BTW, new service begins to GIG, and resumes to GRU from JFK.
Did AA pull off a coup? I think the better question to ask is why did AA fail so miserably on its own at JFK in the first place, including a previous partnership with JetBlue.
I’m not sure how much you understand the New York market but since all airports (JFK, LGA, & EWR) are slot constrained AA does not have enough through put with so few slots at JFK to make all JFK routes work. They have to rely on DO traffic for the most part. After AA restructured it’s JFK hub by eliminating non performing routes and up-guaging all the rest to 777’s they were profitable for the first time ever for all 12 months of the year. The JetBlue deal gives them more feed to launch more international routes. Hence the announcement of Tel Aviv & Athens. Post a Covid there will be more
Please correct post. AA adding back GIG (Rio) seasonally in winter of 2021 as part of this announcement. GRU (Sau Paulo) is already served by AA and has nothing to do with B6
Good catch, it’s been adjusted. And of course you’re correct, that GRU route is operated by a 77W, my favorite equipment.
Will this affect, i.e., prevent, JetBlue’s codesharing with international airlines flying out of Logan? If so, Boston’s days as a gateway city look numbered.
Excellent question, Michael. You asked John, but I just wanted to add that I don’t think it will change much. Emirates offers Newark-Athens but connecting passengers wouldn’t have come much from JetBlue given that most of their concentration in the NYC market is out of JFK.
It would be interesting to see a super low cost carrier emerge with southwest allegiant spirit and frontier . Something on the horizon eventually.
Hawaiian and JetBlue already have a partnership. Not sure if it’s a true code share but wondering if that remains with the new AA news.
While an interesting development the breathlessness of bloggers on this topic is amusing.
AA was partners with both Jetblue and Alaska until not long ago. Not much new under the sun.
Fair point Greg, B6 and AS were both partners in the past but now that those two carriers have matured and expanded some, I think it’s more intriguing now. Consider too that since AA had both as limited partners in the past, JetBlue now has a major hub in FLL, getting ready for long-haul international service with Mint and Alaska has since merged with Virgin America (there is some overlap but the AA partnership was already fading by then.)
Alaska has also expanded its network with its own equipment in a material fashion. For example, adding Omaha-Portland and Seattle, Pittsburgh-Seattle are all new routes since the partnership with American ended, JetBlue has since added two direct flights to Florida from Pittsburgh and operates to Boston again (American abandoned the route last year.) Cases like these make it a stronger alliance for all three parties than it was in the past. While I can’t speak for other bloggers, that’s why I am excited about it this time around I have been no American Airlines apologist.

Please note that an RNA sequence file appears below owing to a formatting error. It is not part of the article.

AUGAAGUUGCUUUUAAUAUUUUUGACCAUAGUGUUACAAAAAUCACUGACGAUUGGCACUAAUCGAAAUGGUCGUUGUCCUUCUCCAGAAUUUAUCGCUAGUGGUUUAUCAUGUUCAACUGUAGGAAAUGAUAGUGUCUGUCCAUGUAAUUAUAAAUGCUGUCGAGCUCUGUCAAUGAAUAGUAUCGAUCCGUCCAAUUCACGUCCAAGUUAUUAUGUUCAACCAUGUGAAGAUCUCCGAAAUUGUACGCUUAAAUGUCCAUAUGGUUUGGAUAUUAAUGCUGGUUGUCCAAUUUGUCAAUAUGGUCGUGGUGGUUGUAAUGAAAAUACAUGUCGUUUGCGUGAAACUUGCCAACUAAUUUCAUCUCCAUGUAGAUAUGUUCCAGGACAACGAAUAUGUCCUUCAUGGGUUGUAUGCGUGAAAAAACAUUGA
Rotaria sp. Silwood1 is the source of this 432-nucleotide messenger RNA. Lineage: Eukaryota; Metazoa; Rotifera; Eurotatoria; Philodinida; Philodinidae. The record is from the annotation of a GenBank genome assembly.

Big win for AA. They have finally awoken from their slumber (thanks to Vasu Raja). There’s nothing left for other carriers to grab now. Bravo
SUX is my home airport. We tried to change the code for years, but decided to embrace the SUX. I’ve got a “Fly SUX” hat. Many other items also available. It’s actually a supremely easy airport to get in and out of, especially if you compare it to huge international airports like Newark or Lisbon or Heathrow. Just in and out. And it’s a 20-minute drive from my house.
I am familiar with SUX… both gates. When I was a kid, my Dad once drove me by that airport and the cockpit and nose from UA232 was still positioned by the fence years after the accident.
If these three wind up merging Alaska’s former “Proudly all-Boeing” philosophy will be severely tested. American is half Airbus and Jet Blue has nothing else.
Let’s also not forget the incredible timing of decoupling with Latam! Anyone that thinks that AA management is just lucky these days is fooling themselves. Vasu’s interview with Plane Business in the middle of the lockdown should make it abundantly clear that from a strategic point of view AA is in it to win and build its market share. No doubt the groundwork for these agreements was laid over the past few years and the covid mess just sealed the deal.